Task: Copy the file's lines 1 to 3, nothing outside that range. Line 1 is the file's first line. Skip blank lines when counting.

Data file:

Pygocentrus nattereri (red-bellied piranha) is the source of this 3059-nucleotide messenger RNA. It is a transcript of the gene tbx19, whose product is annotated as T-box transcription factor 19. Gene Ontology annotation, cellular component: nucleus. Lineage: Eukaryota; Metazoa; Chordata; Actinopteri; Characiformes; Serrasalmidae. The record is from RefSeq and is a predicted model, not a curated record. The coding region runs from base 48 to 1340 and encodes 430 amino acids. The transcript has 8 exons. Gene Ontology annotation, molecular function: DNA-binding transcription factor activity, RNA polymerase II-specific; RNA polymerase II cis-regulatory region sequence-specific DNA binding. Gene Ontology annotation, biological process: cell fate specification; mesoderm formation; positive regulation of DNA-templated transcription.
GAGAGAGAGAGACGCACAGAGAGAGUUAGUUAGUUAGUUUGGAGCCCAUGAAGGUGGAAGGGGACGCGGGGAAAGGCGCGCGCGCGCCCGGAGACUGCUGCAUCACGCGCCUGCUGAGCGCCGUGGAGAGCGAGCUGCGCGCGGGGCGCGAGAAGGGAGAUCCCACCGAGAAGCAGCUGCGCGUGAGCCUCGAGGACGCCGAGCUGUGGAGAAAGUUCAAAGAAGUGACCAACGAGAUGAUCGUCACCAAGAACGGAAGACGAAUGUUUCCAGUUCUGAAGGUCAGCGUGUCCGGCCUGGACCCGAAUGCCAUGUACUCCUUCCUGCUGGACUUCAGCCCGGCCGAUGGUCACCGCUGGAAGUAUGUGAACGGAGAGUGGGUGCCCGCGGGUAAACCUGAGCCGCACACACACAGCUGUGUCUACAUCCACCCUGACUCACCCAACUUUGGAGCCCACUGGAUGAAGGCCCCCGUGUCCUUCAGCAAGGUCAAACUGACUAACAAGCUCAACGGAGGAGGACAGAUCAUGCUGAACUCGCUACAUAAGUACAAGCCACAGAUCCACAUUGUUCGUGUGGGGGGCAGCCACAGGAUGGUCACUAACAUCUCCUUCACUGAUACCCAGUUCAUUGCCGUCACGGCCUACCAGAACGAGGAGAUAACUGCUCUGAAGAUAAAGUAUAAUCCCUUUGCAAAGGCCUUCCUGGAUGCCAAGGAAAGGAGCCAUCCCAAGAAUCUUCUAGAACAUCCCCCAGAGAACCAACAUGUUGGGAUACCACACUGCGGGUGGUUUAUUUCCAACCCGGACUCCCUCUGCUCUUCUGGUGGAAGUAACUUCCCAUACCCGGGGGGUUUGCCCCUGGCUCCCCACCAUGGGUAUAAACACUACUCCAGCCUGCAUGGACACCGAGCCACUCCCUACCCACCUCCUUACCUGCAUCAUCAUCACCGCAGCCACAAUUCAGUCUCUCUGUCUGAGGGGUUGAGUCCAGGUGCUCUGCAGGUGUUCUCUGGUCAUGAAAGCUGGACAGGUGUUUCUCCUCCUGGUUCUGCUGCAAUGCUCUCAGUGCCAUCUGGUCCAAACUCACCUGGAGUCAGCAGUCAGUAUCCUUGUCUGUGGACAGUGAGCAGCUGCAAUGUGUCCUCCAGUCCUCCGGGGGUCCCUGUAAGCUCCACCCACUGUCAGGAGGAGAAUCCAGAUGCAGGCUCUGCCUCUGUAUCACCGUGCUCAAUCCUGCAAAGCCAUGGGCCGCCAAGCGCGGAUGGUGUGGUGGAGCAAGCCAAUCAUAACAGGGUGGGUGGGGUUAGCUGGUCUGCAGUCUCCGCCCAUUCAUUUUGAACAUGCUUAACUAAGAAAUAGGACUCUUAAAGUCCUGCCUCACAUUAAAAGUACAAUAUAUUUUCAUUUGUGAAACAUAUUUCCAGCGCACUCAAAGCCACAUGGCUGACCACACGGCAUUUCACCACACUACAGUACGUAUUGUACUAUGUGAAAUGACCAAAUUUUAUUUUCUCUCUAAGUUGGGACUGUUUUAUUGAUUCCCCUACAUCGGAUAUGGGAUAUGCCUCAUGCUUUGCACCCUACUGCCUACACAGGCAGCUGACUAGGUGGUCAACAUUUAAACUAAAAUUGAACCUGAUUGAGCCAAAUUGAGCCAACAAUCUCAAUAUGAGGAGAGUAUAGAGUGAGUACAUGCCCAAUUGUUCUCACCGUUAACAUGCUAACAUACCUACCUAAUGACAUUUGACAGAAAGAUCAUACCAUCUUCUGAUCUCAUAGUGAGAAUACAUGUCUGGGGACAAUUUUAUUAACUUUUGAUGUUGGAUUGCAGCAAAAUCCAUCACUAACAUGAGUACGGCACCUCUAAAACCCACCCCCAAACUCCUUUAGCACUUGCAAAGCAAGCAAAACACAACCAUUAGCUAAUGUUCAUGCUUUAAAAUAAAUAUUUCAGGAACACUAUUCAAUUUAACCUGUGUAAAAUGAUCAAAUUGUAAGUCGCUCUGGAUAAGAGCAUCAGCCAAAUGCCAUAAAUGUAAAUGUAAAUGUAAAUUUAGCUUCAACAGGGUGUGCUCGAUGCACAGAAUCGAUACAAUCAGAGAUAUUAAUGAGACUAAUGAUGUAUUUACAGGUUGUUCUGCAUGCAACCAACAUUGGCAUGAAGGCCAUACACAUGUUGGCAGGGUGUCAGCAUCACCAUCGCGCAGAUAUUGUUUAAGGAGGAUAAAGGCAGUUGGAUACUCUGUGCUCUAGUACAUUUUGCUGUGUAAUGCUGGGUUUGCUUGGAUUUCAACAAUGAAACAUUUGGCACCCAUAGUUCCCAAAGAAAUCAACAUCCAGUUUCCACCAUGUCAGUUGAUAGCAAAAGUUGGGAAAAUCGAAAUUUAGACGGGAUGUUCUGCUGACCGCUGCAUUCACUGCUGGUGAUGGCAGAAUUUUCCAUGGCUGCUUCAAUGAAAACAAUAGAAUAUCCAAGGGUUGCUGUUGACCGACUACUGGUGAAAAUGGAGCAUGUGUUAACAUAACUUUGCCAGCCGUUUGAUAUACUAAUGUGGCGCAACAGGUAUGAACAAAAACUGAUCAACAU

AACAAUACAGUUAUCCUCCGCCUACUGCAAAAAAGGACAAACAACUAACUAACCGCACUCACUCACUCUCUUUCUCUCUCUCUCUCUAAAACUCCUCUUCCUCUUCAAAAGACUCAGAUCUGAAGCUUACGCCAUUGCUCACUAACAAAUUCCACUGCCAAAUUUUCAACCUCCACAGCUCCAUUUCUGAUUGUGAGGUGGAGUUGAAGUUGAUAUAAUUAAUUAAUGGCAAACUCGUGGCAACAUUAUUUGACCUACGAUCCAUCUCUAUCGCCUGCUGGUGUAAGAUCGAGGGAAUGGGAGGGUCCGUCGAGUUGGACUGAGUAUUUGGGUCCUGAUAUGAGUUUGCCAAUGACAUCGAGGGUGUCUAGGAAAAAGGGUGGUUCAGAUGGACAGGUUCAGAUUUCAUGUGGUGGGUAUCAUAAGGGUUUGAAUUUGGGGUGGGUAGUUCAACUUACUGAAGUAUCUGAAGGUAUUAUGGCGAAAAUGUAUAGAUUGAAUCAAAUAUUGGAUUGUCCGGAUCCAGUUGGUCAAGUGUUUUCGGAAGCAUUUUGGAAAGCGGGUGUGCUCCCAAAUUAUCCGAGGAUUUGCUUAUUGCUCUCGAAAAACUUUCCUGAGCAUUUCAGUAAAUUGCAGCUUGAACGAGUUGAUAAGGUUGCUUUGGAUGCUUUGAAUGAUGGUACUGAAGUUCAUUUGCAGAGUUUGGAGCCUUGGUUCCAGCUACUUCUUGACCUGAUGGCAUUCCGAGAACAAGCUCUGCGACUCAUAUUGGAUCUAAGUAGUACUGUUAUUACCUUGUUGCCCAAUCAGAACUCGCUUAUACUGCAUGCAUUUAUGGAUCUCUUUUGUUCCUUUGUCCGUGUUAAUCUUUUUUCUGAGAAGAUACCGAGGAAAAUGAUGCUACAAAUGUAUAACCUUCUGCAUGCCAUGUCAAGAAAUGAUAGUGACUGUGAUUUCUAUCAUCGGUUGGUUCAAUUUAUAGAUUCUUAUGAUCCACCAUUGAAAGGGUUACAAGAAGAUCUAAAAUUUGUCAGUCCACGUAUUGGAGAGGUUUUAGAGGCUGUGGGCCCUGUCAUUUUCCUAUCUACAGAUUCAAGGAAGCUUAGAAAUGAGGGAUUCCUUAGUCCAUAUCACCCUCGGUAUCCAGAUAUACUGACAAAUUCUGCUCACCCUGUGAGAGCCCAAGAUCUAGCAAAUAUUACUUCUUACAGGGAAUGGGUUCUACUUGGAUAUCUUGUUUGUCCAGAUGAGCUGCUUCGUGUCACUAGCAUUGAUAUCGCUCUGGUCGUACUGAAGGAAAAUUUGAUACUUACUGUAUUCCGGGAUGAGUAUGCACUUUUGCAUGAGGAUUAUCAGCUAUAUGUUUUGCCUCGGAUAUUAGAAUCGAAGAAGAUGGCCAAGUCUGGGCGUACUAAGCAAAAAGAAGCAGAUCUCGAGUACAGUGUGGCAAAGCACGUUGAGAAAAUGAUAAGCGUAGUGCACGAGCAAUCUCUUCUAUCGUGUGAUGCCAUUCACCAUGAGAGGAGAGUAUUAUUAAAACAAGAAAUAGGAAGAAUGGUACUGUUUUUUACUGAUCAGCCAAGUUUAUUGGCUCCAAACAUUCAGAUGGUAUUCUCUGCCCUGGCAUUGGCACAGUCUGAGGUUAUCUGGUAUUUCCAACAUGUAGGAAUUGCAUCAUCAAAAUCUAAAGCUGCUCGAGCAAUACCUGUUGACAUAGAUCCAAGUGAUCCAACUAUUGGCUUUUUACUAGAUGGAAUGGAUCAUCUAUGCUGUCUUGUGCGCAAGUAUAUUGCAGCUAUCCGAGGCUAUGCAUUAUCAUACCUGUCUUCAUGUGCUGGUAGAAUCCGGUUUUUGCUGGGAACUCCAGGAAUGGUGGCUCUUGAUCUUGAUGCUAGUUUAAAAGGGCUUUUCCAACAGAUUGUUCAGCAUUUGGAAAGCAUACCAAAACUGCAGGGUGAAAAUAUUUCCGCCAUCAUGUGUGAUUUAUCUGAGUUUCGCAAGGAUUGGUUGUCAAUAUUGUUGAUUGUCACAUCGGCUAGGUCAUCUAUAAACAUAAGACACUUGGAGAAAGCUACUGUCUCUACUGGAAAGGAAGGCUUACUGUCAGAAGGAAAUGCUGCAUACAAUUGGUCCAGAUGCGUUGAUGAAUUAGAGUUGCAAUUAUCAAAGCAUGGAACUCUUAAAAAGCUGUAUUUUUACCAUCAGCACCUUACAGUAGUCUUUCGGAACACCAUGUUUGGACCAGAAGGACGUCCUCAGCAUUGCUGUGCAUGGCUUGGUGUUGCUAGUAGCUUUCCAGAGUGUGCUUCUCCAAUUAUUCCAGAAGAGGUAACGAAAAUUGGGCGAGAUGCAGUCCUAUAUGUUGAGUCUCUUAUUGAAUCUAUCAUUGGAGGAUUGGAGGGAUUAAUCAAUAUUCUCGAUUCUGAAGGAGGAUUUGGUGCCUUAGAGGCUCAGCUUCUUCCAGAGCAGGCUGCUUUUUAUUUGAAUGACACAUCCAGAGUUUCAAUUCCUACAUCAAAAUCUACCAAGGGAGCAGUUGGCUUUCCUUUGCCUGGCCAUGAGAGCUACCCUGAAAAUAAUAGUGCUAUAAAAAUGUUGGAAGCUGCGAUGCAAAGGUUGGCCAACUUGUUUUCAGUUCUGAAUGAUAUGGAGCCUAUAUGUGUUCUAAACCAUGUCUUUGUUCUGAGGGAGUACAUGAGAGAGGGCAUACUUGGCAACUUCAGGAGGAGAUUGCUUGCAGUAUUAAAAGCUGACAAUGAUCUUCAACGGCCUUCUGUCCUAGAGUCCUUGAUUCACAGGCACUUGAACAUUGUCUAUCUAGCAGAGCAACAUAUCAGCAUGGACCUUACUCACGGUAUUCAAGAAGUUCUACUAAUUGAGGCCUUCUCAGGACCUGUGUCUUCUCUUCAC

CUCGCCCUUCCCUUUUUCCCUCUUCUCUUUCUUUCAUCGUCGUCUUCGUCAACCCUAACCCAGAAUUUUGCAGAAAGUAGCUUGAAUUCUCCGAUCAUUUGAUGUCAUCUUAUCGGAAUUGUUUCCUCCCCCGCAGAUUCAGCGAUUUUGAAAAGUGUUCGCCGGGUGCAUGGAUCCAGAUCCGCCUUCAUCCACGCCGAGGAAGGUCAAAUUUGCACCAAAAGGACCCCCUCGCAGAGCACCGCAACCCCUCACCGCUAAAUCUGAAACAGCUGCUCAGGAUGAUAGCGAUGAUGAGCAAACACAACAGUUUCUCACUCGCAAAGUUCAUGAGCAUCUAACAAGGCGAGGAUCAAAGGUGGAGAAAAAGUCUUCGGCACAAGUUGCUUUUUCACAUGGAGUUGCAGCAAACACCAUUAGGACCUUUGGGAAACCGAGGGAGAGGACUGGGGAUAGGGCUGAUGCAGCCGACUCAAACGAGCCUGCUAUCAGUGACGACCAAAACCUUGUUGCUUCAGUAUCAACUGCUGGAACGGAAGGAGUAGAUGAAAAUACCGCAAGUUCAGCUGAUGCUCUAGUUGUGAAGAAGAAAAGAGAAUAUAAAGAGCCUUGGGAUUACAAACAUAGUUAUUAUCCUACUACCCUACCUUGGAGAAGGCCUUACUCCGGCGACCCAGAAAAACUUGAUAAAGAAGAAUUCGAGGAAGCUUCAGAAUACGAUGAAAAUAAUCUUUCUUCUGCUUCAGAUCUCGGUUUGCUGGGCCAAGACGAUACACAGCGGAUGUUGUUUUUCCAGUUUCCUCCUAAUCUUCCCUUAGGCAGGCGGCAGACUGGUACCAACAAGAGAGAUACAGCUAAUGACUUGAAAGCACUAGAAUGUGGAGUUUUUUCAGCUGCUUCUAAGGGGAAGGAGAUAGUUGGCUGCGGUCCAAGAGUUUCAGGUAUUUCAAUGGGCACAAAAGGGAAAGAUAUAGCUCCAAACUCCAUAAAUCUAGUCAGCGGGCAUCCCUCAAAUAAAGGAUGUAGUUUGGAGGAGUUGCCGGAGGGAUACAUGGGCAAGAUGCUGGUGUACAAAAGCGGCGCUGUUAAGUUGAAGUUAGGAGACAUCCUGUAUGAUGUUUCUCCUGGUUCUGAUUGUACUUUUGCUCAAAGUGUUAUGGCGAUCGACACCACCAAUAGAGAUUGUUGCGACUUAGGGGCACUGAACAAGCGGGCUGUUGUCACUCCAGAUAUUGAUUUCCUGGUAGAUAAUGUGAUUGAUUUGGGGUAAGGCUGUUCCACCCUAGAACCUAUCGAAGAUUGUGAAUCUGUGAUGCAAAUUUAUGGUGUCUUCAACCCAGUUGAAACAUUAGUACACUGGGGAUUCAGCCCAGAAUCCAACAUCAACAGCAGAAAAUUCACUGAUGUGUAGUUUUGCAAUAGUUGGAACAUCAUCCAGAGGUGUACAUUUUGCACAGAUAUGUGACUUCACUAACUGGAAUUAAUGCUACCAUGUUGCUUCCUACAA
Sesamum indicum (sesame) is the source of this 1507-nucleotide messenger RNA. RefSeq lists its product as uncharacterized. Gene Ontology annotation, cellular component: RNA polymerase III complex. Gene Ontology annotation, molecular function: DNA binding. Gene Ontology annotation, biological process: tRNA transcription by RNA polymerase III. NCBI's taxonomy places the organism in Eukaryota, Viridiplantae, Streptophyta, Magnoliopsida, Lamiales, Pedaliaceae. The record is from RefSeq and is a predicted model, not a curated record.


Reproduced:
Pygocentrus nattereri (red-bellied piranha) is the source of this 3059-nucleotide messenger RNA. It is a transcript of the gene tbx19, whose product is annotated as T-box transcription factor 19. Gene Ontology annotation, cellular component: nucleus. Lineage: Eukaryota; Metazoa; Chordata; Actinopteri; Characiformes; Serrasalmidae. The record is from RefSeq and is a predicted model, not a curated record. The coding region runs from base 48 to 1340 and encodes 430 amino acids. The transcript has 8 exons. Gene Ontology annotation, molecular function: DNA-binding transcription factor activity, RNA polymerase II-specific; RNA polymerase II cis-regulatory region sequence-specific DNA binding. Gene Ontology annotation, biological process: cell fate specification; mesoderm formation; positive regulation of DNA-templated transcription.
GAGAGAGAGAGACGCACAGAGAGAGUUAGUUAGUUAGUUUGGAGCCCAUGAAGGUGGAAGGGGACGCGGGGAAAGGCGCGCGCGCGCCCGGAGACUGCUGCAUCACGCGCCUGCUGAGCGCCGUGGAGAGCGAGCUGCGCGCGGGGCGCGAGAAGGGAGAUCCCACCGAGAAGCAGCUGCGCGUGAGCCUCGAGGACGCCGAGCUGUGGAGAAAGUUCAAAGAAGUGACCAACGAGAUGAUCGUCACCAAGAACGGAAGACGAAUGUUUCCAGUUCUGAAGGUCAGCGUGUCCGGCCUGGACCCGAAUGCCAUGUACUCCUUCCUGCUGGACUUCAGCCCGGCCGAUGGUCACCGCUGGAAGUAUGUGAACGGAGAGUGGGUGCCCGCGGGUAAACCUGAGCCGCACACACACAGCUGUGUCUACAUCCACCCUGACUCACCCAACUUUGGAGCCCACUGGAUGAAGGCCCCCGUGUCCUUCAGCAAGGUCAAACUGACUAACAAGCUCAACGGAGGAGGACAGAUCAUGCUGAACUCGCUACAUAAGUACAAGCCACAGAUCCACAUUGUUCGUGUGGGGGGCAGCCACAGGAUGGUCACUAACAUCUCCUUCACUGAUACCCAGUUCAUUGCCGUCACGGCCUACCAGAACGAGGAGAUAACUGCUCUGAAGAUAAAGUAUAAUCCCUUUGCAAAGGCCUUCCUGGAUGCCAAGGAAAGGAGCCAUCCCAAGAAUCUUCUAGAACAUCCCCCAGAGAACCAACAUGUUGGGAUACCACACUGCGGGUGGUUUAUUUCCAACCCGGACUCCCUCUGCUCUUCUGGUGGAAGUAACUUCCCAUACCCGGGGGGUUUGCCCCUGGCUCCCCACCAUGGGUAUAAACACUACUCCAGCCUGCAUGGACACCGAGCCACUCCCUACCCACCUCCUUACCUGCAUCAUCAUCACCGCAGCCACAAUUCAGUCUCUCUGUCUGAGGGGUUGAGUCCAGGUGCUCUGCAGGUGUUCUCUGGUCAUGAAAGCUGGACAGGUGUUUCUCCUCCUGGUUCUGCUGCAAUGCUCUCAGUGCCAUCUGGUCCAAACUCACCUGGAGUCAGCAGUCAGUAUCCUUGUCUGUGGACAGUGAGCAGCUGCAAUGUGUCCUCCAGUCCUCCGGGGGUCCCUGUAAGCUCCACCCACUGUCAGGAGGAGAAUCCAGAUGCAGGCUCUGCCUCUGUAUCACCGUGCUCAAUCCUGCAAAGCCAUGGGCCGCCAAGCGCGGAUGGUGUGGUGGAGCAAGCCAAUCAUAACAGGGUGGGUGGGGUUAGCUGGUCUGCAGUCUCCGCCCAUUCAUUUUGAACAUGCUUAACUAAGAAAUAGGACUCUUAAAGUCCUGCCUCACAUUAAAAGUACAAUAUAUUUUCAUUUGUGAAACAUAUUUCCAGCGCACUCAAAGCCACAUGGCUGACCACACGGCAUUUCACCACACUACAGUACGUAUUGUACUAUGUGAAAUGACCAAAUUUUAUUUUCUCUCUAAGUUGGGACUGUUUUAUUGAUUCCCCUACAUCGGAUAUGGGAUAUGCCUCAUGCUUUGCACCCUACUGCCUACACAGGCAGCUGACUAGGUGGUCAACAUUUAAACUAAAAUUGAACCUGAUUGAGCCAAAUUGAGCCAACAAUCUCAAUAUGAGGAGAGUAUAGAGUGAGUACAUGCCCAAUUGUUCUCACCGUUAACAUGCUAACAUACCUACCUAAUGACAUUUGACAGAAAGAUCAUACCAUCUUCUGAUCUCAUAGUGAGAAUACAUGUCUGGGGACAAUUUUAUUAACUUUUGAUGUUGGAUUGCAGCAAAAUCCAUCACUAACAUGAGUACGGCACCUCUAAAACCCACCCCCAAACUCCUUUAGCACUUGCAAAGCAAGCAAAACACAACCAUUAGCUAAUGUUCAUGCUUUAAAAUAAAUAUUUCAGGAACACUAUUCAAUUUAACCUGUGUAAAAUGAUCAAAUUGUAAGUCGCUCUGGAUAAGAGCAUCAGCCAAAUGCCAUAAAUGUAAAUGUAAAUGUAAAUUUAGCUUCAACAGGGUGUGCUCGAUGCACAGAAUCGAUACAAUCAGAGAUAUUAAUGAGACUAAUGAUGUAUUUACAGGUUGUUCUGCAUGCAACCAACAUUGGCAUGAAGGCCAUACACAUGUUGGCAGGGUGUCAGCAUCACCAUCGCGCAGAUAUUGUUUAAGGAGGAUAAAGGCAGUUGGAUACUCUGUGCUCUAGUACAUUUUGCUGUGUAAUGCUGGGUUUGCUUGGAUUUCAACAAUGAAACAUUUGGCACCCAUAGUUCCCAAAGAAAUCAACAUCCAGUUUCCACCAUGUCAGUUGAUAGCAAAAGUUGGGAAAAUCGAAAUUUAGACGGGAUGUUCUGCUGACCGCUGCAUUCACUGCUGGUGAUGGCAGAAUUUUCCAUGGCUGCUUCAAUGAAAACAAUAGAAUAUCCAAGGGUUGCUGUUGACCGACUACUGGUGAAAAUGGAGCAUGUGUUAACAUAACUUUGCCAGCCGUUUGAUAUACUAAUGUGGCGCAACAGGUAUGAACAAAAACUGAUCAACAU

AACAAUACAGUUAUCCUCCGCCUACUGCAAAAAAGGACAAACAACUAACUAACCGCACUCACUCACUCUCUUUCUCUCUCUCUCUCUAAAACUCCUCUUCCUCUUCAAAAGACUCAGAUCUGAAGCUUACGCCAUUGCUCACUAACAAAUUCCACUGCCAAAUUUUCAACCUCCACAGCUCCAUUUCUGAUUGUGAGGUGGAGUUGAAGUUGAUAUAAUUAAUUAAUGGCAAACUCGUGGCAACAUUAUUUGACCUACGAUCCAUCUCUAUCGCCUGCUGGUGUAAGAUCGAGGGAAUGGGAGGGUCCGUCGAGUUGGACUGAGUAUUUGGGUCCUGAUAUGAGUUUGCCAAUGACAUCGAGGGUGUCUAGGAAAAAGGGUGGUUCAGAUGGACAGGUUCAGAUUUCAUGUGGUGGGUAUCAUAAGGGUUUGAAUUUGGGGUGGGUAGUUCAACUUACUGAAGUAUCUGAAGGUAUUAUGGCGAAAAUGUAUAGAUUGAAUCAAAUAUUGGAUUGUCCGGAUCCAGUUGGUCAAGUGUUUUCGGAAGCAUUUUGGAAAGCGGGUGUGCUCCCAAAUUAUCCGAGGAUUUGCUUAUUGCUCUCGAAAAACUUUCCUGAGCAUUUCAGUAAAUUGCAGCUUGAACGAGUUGAUAAGGUUGCUUUGGAUGCUUUGAAUGAUGGUACUGAAGUUCAUUUGCAGAGUUUGGAGCCUUGGUUCCAGCUACUUCUUGACCUGAUGGCAUUCCGAGAACAAGCUCUGCGACUCAUAUUGGAUCUAAGUAGUACUGUUAUUACCUUGUUGCCCAAUCAGAACUCGCUUAUACUGCAUGCAUUUAUGGAUCUCUUUUGUUCCUUUGUCCGUGUUAAUCUUUUUUCUGAGAAGAUACCGAGGAAAAUGAUGCUACAAAUGUAUAACCUUCUGCAUGCCAUGUCAAGAAAUGAUAGUGACUGUGAUUUCUAUCAUCGGUUGGUUCAAUUUAUAGAUUCUUAUGAUCCACCAUUGAAAGGGUUACAAGAAGAUCUAAAAUUUGUCAGUCCACGUAUUGGAGAGGUUUUAGAGGCUGUGGGCCCUGUCAUUUUCCUAUCUACAGAUUCAAGGAAGCUUAGAAAUGAGGGAUUCCUUAGUCCAUAUCACCCUCGGUAUCCAGAUAUACUGACAAAUUCUGCUCACCCUGUGAGAGCCCAAGAUCUAGCAAAUAUUACUUCUUACAGGGAAUGGGUUCUACUUGGAUAUCUUGUUUGUCCAGAUGAGCUGCUUCGUGUCACUAGCAUUGAUAUCGCUCUGGUCGUACUGAAGGAAAAUUUGAUACUUACUGUAUUCCGGGAUGAGUAUGCACUUUUGCAUGAGGAUUAUCAGCUAUAUGUUUUGCCUCGGAUAUUAGAAUCGAAGAAGAUGGCCAAGUCUGGGCGUACUAAGCAAAAAGAAGCAGAUCUCGAGUACAGUGUGGCAAAGCACGUUGAGAAAAUGAUAAGCGUAGUGCACGAGCAAUCUCUUCUAUCGUGUGAUGCCAUUCACCAUGAGAGGAGAGUAUUAUUAAAACAAGAAAUAGGAAGAAUGGUACUGUUUUUUACUGAUCAGCCAAGUUUAUUGGCUCCAAACAUUCAGAUGGUAUUCUCUGCCCUGGCAUUGGCACAGUCUGAGGUUAUCUGGUAUUUCCAACAUGUAGGAAUUGCAUCAUCAAAAUCUAAAGCUGCUCGAGCAAUACCUGUUGACAUAGAUCCAAGUGAUCCAACUAUUGGCUUUUUACUAGAUGGAAUGGAUCAUCUAUGCUGUCUUGUGCGCAAGUAUAUUGCAGCUAUCCGAGGCUAUGCAUUAUCAUACCUGUCUUCAUGUGCUGGUAGAAUCCGGUUUUUGCUGGGAACUCCAGGAAUGGUGGCUCUUGAUCUUGAUGCUAGUUUAAAAGGGCUUUUCCAACAGAUUGUUCAGCAUUUGGAAAGCAUACCAAAACUGCAGGGUGAAAAUAUUUCCGCCAUCAUGUGUGAUUUAUCUGAGUUUCGCAAGGAUUGGUUGUCAAUAUUGUUGAUUGUCACAUCGGCUAGGUCAUCUAUAAACAUAAGACACUUGGAGAAAGCUACUGUCUCUACUGGAAAGGAAGGCUUACUGUCAGAAGGAAAUGCUGCAUACAAUUGGUCCAGAUGCGUUGAUGAAUUAGAGUUGCAAUUAUCAAAGCAUGGAACUCUUAAAAAGCUGUAUUUUUACCAUCAGCACCUUACAGUAGUCUUUCGGAACACCAUGUUUGGACCAGAAGGACGUCCUCAGCAUUGCUGUGCAUGGCUUGGUGUUGCUAGUAGCUUUCCAGAGUGUGCUUCUCCAAUUAUUCCAGAAGAGGUAACGAAAAUUGGGCGAGAUGCAGUCCUAUAUGUUGAGUCUCUUAUUGAAUCUAUCAUUGGAGGAUUGGAGGGAUUAAUCAAUAUUCUCGAUUCUGAAGGAGGAUUUGGUGCCUUAGAGGCUCAGCUUCUUCCAGAGCAGGCUGCUUUUUAUUUGAAUGACACAUCCAGAGUUUCAAUUCCUACAUCAAAAUCUACCAAGGGAGCAGUUGGCUUUCCUUUGCCUGGCCAUGAGAGCUACCCUGAAAAUAAUAGUGCUAUAAAAAUGUUGGAAGCUGCGAUGCAAAGGUUGGCCAACUUGUUUUCAGUUCUGAAUGAUAUGGAGCCUAUAUGUGUUCUAAACCAUGUCUUUGUUCUGAGGGAGUACAUGAGAGAGGGCAUACUUGGCAACUUCAGGAGGAGAUUGCUUGCAGUAUUAAAAGCUGACAAUGAUCUUCAACGGCCUUCUGUCCUAGAGUCCUUGAUUCACAGGCACUUGAACAUUGUCUAUCUAGCAGAGCAACAUAUCAGCAUGGACCUUACUCACGGUAUUCAAGAAGUUCUACUAAUUGAGGCCUUCUCAGGACCUGUGUCUUCUCUUCAC